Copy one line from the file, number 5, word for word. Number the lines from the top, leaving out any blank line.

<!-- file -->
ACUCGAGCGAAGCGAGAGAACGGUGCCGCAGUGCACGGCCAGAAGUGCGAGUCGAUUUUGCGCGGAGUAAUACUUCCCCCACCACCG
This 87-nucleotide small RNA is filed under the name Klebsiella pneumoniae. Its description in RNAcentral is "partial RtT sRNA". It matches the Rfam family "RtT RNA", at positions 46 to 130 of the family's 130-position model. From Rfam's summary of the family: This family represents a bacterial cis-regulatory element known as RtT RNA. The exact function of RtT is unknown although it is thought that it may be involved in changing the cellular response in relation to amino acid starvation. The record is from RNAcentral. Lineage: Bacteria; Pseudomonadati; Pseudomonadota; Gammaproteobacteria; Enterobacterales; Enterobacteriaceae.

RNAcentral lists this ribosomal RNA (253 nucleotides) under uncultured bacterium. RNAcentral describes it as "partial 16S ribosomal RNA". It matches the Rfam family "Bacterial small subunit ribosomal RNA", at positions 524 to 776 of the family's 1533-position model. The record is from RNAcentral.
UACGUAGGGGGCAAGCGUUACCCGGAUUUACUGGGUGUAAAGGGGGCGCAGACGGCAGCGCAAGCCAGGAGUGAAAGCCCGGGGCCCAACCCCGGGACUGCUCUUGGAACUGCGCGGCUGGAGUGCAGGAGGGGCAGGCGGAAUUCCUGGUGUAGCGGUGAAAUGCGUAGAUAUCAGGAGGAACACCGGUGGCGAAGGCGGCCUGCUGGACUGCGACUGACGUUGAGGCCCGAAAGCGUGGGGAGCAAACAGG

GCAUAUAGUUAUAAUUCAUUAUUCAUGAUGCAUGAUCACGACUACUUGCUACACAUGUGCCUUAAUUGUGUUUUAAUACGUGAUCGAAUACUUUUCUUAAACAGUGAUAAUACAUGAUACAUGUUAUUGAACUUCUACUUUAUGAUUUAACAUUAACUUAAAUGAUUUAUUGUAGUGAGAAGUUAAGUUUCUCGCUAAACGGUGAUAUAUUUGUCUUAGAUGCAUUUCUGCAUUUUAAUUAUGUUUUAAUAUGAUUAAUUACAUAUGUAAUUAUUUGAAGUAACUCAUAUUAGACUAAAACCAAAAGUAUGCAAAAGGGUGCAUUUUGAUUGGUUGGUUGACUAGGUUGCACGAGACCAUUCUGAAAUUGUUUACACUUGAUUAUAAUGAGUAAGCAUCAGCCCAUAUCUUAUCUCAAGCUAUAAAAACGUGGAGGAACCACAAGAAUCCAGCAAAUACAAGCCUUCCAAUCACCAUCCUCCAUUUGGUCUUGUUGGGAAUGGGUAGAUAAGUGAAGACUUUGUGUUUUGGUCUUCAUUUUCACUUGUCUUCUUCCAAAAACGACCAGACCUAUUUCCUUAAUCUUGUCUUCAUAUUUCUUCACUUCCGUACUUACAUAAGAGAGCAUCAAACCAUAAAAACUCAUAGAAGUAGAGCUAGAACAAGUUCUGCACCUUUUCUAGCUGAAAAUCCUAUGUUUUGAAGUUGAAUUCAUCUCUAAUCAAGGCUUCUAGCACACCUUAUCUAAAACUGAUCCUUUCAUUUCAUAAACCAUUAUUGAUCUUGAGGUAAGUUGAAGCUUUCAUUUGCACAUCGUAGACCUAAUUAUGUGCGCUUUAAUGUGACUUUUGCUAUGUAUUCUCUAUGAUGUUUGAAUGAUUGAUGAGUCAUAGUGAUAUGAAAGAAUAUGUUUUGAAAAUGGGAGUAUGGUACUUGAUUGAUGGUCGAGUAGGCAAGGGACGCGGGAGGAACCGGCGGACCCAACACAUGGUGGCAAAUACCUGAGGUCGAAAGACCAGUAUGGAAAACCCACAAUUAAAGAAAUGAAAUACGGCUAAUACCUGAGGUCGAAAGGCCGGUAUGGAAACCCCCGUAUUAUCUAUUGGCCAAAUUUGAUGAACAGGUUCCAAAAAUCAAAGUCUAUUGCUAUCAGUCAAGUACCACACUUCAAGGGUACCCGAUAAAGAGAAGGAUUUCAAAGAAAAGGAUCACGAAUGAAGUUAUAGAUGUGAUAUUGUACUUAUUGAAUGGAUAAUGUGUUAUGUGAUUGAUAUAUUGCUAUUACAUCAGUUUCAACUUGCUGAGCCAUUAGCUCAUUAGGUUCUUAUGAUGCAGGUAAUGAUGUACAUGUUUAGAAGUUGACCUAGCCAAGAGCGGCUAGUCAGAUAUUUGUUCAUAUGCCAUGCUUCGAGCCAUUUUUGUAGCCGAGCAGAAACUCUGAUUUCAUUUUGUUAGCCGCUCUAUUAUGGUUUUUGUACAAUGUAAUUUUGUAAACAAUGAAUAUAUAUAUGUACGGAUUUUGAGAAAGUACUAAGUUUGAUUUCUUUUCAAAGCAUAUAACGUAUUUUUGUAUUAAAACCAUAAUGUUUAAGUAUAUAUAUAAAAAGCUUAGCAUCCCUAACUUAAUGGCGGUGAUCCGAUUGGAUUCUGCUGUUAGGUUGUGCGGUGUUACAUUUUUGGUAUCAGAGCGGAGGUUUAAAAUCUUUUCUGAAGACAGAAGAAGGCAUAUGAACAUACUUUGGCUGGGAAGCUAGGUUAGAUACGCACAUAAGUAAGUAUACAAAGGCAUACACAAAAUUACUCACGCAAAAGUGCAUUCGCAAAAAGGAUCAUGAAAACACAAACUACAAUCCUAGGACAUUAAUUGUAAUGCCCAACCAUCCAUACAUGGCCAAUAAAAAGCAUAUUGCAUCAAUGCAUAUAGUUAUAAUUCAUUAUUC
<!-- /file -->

GCAUAUAGUUAUAAUUCAUUAUUCAUGAUGCAUGAUCACGACUACUUGCUACACAUGUGCCUUAAUUGUGUUUUAAUACGUGAUCGAAUACUUUUCUUAAACAGUGAUAAUACAUGAUACAUGUUAUUGAACUUCUACUUUAUGAUUUAACAUUAACUUAAAUGAUUUAUUGUAGUGAGAAGUUAAGUUUCUCGCUAAACGGUGAUAUAUUUGUCUUAGAUGCAUUUCUGCAUUUUAAUUAUGUUUUAAUAUGAUUAAUUACAUAUGUAAUUAUUUGAAGUAACUCAUAUUAGACUAAAACCAAAAGUAUGCAAAAGGGUGCAUUUUGAUUGGUUGGUUGACUAGGUUGCACGAGACCAUUCUGAAAUUGUUUACACUUGAUUAUAAUGAGUAAGCAUCAGCCCAUAUCUUAUCUCAAGCUAUAAAAACGUGGAGGAACCACAAGAAUCCAGCAAAUACAAGCCUUCCAAUCACCAUCCUCCAUUUGGUCUUGUUGGGAAUGGGUAGAUAAGUGAAGACUUUGUGUUUUGGUCUUCAUUUUCACUUGUCUUCUUCCAAAAACGACCAGACCUAUUUCCUUAAUCUUGUCUUCAUAUUUCUUCACUUCCGUACUUACAUAAGAGAGCAUCAAACCAUAAAAACUCAUAGAAGUAGAGCUAGAACAAGUUCUGCACCUUUUCUAGCUGAAAAUCCUAUGUUUUGAAGUUGAAUUCAUCUCUAAUCAAGGCUUCUAGCACACCUUAUCUAAAACUGAUCCUUUCAUUUCAUAAACCAUUAUUGAUCUUGAGGUAAGUUGAAGCUUUCAUUUGCACAUCGUAGACCUAAUUAUGUGCGCUUUAAUGUGACUUUUGCUAUGUAUUCUCUAUGAUGUUUGAAUGAUUGAUGAGUCAUAGUGAUAUGAAAGAAUAUGUUUUGAAAAUGGGAGUAUGGUACUUGAUUGAUGGUCGAGUAGGCAAGGGACGCGGGAGGAACCGGCGGACCCAACACAUGGUGGCAAAUACCUGAGGUCGAAAGACCAGUAUGGAAAACCCACAAUUAAAGAAAUGAAAUACGGCUAAUACCUGAGGUCGAAAGGCCGGUAUGGAAACCCCCGUAUUAUCUAUUGGCCAAAUUUGAUGAACAGGUUCCAAAAAUCAAAGUCUAUUGCUAUCAGUCAAGUACCACACUUCAAGGGUACCCGAUAAAGAGAAGGAUUUCAAAGAAAAGGAUCACGAAUGAAGUUAUAGAUGUGAUAUUGUACUUAUUGAAUGGAUAAUGUGUUAUGUGAUUGAUAUAUUGCUAUUACAUCAGUUUCAACUUGCUGAGCCAUUAGCUCAUUAGGUUCUUAUGAUGCAGGUAAUGAUGUACAUGUUUAGAAGUUGACCUAGCCAAGAGCGGCUAGUCAGAUAUUUGUUCAUAUGCCAUGCUUCGAGCCAUUUUUGUAGCCGAGCAGAAACUCUGAUUUCAUUUUGUUAGCCGCUCUAUUAUGGUUUUUGUACAAUGUAAUUUUGUAAACAAUGAAUAUAUAUAUGUACGGAUUUUGAGAAAGUACUAAGUUUGAUUUCUUUUCAAAGCAUAUAACGUAUUUUUGUAUUAAAACCAUAAUGUUUAAGUAUAUAUAUAAAAAGCUUAGCAUCCCUAACUUAAUGGCGGUGAUCCGAUUGGAUUCUGCUGUUAGGUUGUGCGGUGUUACAUUUUUGGUAUCAGAGCGGAGGUUUAAAAUCUUUUCUGAAGACAGAAGAAGGCAUAUGAACAUACUUUGGCUGGGAAGCUAGGUUAGAUACGCACAUAAGUAAGUAUACAAAGGCAUACACAAAAUUACUCACGCAAAAGUGCAUUCGCAAAAAGGAUCAUGAAAACACAAACUACAAUCCUAGGACAUUAAUUGUAAUGCCCAACCAUCCAUACAUGGCCAAUAAAAAGCAUAUUGCAUCAAUGCAUAUAGUUAUAAUUCAUUAUUC